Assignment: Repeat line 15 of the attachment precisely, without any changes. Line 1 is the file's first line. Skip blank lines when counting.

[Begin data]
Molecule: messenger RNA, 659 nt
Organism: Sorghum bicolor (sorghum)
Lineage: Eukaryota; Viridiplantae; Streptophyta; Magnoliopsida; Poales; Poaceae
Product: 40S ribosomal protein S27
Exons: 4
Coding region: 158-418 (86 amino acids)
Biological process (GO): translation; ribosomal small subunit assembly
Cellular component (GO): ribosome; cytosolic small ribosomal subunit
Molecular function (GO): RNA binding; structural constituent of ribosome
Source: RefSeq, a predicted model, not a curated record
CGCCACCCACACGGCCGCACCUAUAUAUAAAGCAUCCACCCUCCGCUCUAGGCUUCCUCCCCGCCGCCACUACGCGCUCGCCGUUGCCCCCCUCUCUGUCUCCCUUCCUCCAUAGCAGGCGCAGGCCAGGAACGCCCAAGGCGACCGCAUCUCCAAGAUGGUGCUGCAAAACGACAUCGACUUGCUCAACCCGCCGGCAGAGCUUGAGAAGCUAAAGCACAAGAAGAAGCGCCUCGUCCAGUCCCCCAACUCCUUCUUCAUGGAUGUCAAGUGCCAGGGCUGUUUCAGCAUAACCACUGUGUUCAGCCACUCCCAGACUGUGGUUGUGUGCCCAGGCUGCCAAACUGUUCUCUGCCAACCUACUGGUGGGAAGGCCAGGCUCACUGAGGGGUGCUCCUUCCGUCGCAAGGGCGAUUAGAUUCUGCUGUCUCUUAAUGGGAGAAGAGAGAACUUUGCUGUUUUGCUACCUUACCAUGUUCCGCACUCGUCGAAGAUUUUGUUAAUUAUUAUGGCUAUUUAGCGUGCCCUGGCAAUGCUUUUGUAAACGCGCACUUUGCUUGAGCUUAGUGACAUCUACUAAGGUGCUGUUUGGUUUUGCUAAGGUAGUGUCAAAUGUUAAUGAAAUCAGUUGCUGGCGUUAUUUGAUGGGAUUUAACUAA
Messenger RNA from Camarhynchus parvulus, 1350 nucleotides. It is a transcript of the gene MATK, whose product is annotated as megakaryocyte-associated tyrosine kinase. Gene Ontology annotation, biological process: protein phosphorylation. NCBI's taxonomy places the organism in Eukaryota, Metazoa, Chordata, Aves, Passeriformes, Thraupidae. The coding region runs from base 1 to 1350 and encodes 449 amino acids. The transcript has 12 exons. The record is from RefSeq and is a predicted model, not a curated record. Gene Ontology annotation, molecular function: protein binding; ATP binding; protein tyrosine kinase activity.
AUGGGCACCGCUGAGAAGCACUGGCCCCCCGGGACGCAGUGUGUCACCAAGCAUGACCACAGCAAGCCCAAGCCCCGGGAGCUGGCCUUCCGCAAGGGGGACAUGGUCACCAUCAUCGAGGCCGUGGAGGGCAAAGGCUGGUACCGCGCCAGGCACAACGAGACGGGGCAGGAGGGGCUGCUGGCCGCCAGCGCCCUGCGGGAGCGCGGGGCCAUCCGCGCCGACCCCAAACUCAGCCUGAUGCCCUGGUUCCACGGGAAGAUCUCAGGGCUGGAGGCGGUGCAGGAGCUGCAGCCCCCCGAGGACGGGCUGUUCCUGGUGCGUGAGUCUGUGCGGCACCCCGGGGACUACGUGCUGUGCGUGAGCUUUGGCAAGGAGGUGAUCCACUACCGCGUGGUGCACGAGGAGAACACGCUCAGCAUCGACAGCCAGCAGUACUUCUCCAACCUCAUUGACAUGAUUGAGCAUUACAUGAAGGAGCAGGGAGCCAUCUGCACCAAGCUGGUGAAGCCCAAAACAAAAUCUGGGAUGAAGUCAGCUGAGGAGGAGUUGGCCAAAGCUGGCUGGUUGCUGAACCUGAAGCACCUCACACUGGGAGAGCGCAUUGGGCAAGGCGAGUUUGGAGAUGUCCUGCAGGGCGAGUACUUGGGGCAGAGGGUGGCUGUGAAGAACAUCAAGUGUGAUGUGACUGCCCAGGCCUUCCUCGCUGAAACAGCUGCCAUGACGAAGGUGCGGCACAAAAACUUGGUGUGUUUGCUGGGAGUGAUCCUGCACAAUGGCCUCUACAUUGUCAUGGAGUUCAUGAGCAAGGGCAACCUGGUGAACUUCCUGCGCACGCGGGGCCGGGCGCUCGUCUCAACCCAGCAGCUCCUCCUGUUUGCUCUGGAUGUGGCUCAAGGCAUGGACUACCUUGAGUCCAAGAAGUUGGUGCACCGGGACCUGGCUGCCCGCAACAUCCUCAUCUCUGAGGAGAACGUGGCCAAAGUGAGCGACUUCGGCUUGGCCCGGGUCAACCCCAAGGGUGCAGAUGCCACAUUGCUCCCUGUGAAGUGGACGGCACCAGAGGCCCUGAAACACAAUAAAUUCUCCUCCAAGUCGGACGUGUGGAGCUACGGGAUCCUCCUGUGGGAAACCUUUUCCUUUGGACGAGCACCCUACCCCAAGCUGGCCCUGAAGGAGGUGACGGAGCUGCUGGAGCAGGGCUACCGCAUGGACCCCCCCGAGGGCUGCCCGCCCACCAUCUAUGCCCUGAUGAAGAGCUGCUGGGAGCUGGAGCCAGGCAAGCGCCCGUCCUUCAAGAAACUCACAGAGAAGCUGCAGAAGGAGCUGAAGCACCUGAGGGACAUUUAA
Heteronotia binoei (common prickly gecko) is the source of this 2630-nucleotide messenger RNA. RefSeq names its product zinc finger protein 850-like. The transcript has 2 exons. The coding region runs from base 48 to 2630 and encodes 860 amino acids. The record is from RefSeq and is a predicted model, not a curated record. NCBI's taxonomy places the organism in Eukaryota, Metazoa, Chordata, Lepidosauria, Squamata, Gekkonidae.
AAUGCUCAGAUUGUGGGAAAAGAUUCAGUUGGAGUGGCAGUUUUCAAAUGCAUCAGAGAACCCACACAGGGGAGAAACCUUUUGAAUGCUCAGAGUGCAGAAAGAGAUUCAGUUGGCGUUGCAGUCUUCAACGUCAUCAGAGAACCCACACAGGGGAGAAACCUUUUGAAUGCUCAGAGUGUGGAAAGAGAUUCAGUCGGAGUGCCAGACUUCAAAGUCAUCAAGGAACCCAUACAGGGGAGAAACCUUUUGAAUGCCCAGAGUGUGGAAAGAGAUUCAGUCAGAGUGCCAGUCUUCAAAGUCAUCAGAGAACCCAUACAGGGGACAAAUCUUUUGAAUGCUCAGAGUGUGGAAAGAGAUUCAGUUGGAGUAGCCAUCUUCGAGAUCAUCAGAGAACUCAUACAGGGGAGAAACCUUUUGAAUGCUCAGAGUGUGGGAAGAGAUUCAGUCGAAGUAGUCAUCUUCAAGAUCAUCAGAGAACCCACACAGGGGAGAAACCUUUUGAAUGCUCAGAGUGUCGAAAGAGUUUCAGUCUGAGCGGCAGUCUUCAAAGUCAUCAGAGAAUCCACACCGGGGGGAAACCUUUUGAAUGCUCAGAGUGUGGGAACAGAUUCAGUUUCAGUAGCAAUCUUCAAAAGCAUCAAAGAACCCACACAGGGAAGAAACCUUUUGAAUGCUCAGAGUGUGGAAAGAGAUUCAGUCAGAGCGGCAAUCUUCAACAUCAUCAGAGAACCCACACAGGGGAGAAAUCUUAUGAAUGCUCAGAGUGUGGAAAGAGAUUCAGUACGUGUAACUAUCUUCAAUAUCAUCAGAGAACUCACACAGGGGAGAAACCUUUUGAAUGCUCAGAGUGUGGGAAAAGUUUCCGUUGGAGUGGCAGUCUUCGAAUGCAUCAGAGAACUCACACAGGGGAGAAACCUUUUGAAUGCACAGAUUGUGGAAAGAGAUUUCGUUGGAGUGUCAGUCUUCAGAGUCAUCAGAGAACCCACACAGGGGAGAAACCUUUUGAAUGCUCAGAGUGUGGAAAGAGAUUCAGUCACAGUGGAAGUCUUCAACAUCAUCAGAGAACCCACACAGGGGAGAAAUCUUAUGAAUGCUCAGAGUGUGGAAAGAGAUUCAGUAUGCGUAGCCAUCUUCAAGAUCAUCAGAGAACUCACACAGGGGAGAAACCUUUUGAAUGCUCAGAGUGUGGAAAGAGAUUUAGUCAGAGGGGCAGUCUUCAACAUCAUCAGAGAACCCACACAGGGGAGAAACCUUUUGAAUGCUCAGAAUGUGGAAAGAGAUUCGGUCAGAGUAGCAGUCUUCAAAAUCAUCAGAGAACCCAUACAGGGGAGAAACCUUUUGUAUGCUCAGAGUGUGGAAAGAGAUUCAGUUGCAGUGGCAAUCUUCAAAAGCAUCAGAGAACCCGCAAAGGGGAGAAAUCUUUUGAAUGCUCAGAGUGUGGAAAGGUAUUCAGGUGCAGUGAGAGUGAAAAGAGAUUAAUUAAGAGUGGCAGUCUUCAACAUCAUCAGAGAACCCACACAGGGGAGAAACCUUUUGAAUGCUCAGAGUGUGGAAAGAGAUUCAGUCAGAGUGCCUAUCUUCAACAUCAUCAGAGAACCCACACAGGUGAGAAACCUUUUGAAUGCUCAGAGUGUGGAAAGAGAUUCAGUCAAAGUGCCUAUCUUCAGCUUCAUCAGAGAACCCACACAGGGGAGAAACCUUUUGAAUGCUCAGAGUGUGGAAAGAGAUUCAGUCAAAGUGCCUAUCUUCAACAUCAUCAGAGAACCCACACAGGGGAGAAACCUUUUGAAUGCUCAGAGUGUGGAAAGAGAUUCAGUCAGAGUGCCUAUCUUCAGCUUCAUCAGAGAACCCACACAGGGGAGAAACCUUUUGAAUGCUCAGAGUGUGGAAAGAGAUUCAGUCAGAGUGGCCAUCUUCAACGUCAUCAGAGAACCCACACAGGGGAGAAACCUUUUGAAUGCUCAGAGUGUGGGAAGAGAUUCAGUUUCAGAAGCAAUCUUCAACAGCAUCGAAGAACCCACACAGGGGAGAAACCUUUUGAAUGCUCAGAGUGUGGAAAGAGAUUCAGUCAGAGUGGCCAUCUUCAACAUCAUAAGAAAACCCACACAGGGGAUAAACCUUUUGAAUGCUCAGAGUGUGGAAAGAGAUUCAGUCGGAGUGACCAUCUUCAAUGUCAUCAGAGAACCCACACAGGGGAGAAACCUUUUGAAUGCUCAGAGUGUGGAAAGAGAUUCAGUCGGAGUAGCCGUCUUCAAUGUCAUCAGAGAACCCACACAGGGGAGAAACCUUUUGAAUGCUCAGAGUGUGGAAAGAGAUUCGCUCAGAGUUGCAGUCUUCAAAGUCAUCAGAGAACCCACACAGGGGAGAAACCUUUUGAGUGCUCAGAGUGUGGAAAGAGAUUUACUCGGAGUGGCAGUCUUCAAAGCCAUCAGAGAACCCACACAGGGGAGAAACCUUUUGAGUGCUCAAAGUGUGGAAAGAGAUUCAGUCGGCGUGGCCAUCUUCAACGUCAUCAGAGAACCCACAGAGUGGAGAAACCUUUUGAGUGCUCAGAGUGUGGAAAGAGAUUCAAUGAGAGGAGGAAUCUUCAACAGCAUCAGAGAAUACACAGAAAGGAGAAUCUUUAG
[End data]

AAUGCUCAGAUUGUGGGAAAAGAUUCAGUUGGAGUGGCAGUUUUCAAAUGCAUCAGAGAACCCACACAGGGGAGAAACCUUUUGAAUGCUCAGAGUGCAGAAAGAGAUUCAGUUGGCGUUGCAGUCUUCAACGUCAUCAGAGAACCCACACAGGGGAGAAACCUUUUGAAUGCUCAGAGUGUGGAAAGAGAUUCAGUCGGAGUGCCAGACUUCAAAGUCAUCAAGGAACCCAUACAGGGGAGAAACCUUUUGAAUGCCCAGAGUGUGGAAAGAGAUUCAGUCAGAGUGCCAGUCUUCAAAGUCAUCAGAGAACCCAUACAGGGGACAAAUCUUUUGAAUGCUCAGAGUGUGGAAAGAGAUUCAGUUGGAGUAGCCAUCUUCGAGAUCAUCAGAGAACUCAUACAGGGGAGAAACCUUUUGAAUGCUCAGAGUGUGGGAAGAGAUUCAGUCGAAGUAGUCAUCUUCAAGAUCAUCAGAGAACCCACACAGGGGAGAAACCUUUUGAAUGCUCAGAGUGUCGAAAGAGUUUCAGUCUGAGCGGCAGUCUUCAAAGUCAUCAGAGAAUCCACACCGGGGGGAAACCUUUUGAAUGCUCAGAGUGUGGGAACAGAUUCAGUUUCAGUAGCAAUCUUCAAAAGCAUCAAAGAACCCACACAGGGAAGAAACCUUUUGAAUGCUCAGAGUGUGGAAAGAGAUUCAGUCAGAGCGGCAAUCUUCAACAUCAUCAGAGAACCCACACAGGGGAGAAAUCUUAUGAAUGCUCAGAGUGUGGAAAGAGAUUCAGUACGUGUAACUAUCUUCAAUAUCAUCAGAGAACUCACACAGGGGAGAAACCUUUUGAAUGCUCAGAGUGUGGGAAAAGUUUCCGUUGGAGUGGCAGUCUUCGAAUGCAUCAGAGAACUCACACAGGGGAGAAACCUUUUGAAUGCACAGAUUGUGGAAAGAGAUUUCGUUGGAGUGUCAGUCUUCAGAGUCAUCAGAGAACCCACACAGGGGAGAAACCUUUUGAAUGCUCAGAGUGUGGAAAGAGAUUCAGUCACAGUGGAAGUCUUCAACAUCAUCAGAGAACCCACACAGGGGAGAAAUCUUAUGAAUGCUCAGAGUGUGGAAAGAGAUUCAGUAUGCGUAGCCAUCUUCAAGAUCAUCAGAGAACUCACACAGGGGAGAAACCUUUUGAAUGCUCAGAGUGUGGAAAGAGAUUUAGUCAGAGGGGCAGUCUUCAACAUCAUCAGAGAACCCACACAGGGGAGAAACCUUUUGAAUGCUCAGAAUGUGGAAAGAGAUUCGGUCAGAGUAGCAGUCUUCAAAAUCAUCAGAGAACCCAUACAGGGGAGAAACCUUUUGUAUGCUCAGAGUGUGGAAAGAGAUUCAGUUGCAGUGGCAAUCUUCAAAAGCAUCAGAGAACCCGCAAAGGGGAGAAAUCUUUUGAAUGCUCAGAGUGUGGAAAGGUAUUCAGGUGCAGUGAGAGUGAAAAGAGAUUAAUUAAGAGUGGCAGUCUUCAACAUCAUCAGAGAACCCACACAGGGGAGAAACCUUUUGAAUGCUCAGAGUGUGGAAAGAGAUUCAGUCAGAGUGCCUAUCUUCAACAUCAUCAGAGAACCCACACAGGUGAGAAACCUUUUGAAUGCUCAGAGUGUGGAAAGAGAUUCAGUCAAAGUGCCUAUCUUCAGCUUCAUCAGAGAACCCACACAGGGGAGAAACCUUUUGAAUGCUCAGAGUGUGGAAAGAGAUUCAGUCAAAGUGCCUAUCUUCAACAUCAUCAGAGAACCCACACAGGGGAGAAACCUUUUGAAUGCUCAGAGUGUGGAAAGAGAUUCAGUCAGAGUGCCUAUCUUCAGCUUCAUCAGAGAACCCACACAGGGGAGAAACCUUUUGAAUGCUCAGAGUGUGGAAAGAGAUUCAGUCAGAGUGGCCAUCUUCAACGUCAUCAGAGAACCCACACAGGGGAGAAACCUUUUGAAUGCUCAGAGUGUGGGAAGAGAUUCAGUUUCAGAAGCAAUCUUCAACAGCAUCGAAGAACCCACACAGGGGAGAAACCUUUUGAAUGCUCAGAGUGUGGAAAGAGAUUCAGUCAGAGUGGCCAUCUUCAACAUCAUAAGAAAACCCACACAGGGGAUAAACCUUUUGAAUGCUCAGAGUGUGGAAAGAGAUUCAGUCGGAGUGACCAUCUUCAAUGUCAUCAGAGAACCCACACAGGGGAGAAACCUUUUGAAUGCUCAGAGUGUGGAAAGAGAUUCAGUCGGAGUAGCCGUCUUCAAUGUCAUCAGAGAACCCACACAGGGGAGAAACCUUUUGAAUGCUCAGAGUGUGGAAAGAGAUUCGCUCAGAGUUGCAGUCUUCAAAGUCAUCAGAGAACCCACACAGGGGAGAAACCUUUUGAGUGCUCAGAGUGUGGAAAGAGAUUUACUCGGAGUGGCAGUCUUCAAAGCCAUCAGAGAACCCACACAGGGGAGAAACCUUUUGAGUGCUCAAAGUGUGGAAAGAGAUUCAGUCGGCGUGGCCAUCUUCAACGUCAUCAGAGAACCCACAGAGUGGAGAAACCUUUUGAGUGCUCAGAGUGUGGAAAGAGAUUCAAUGAGAGGAGGAAUCUUCAACAGCAUCAGAGAAUACACAGAAAGGAGAAUCUUUAG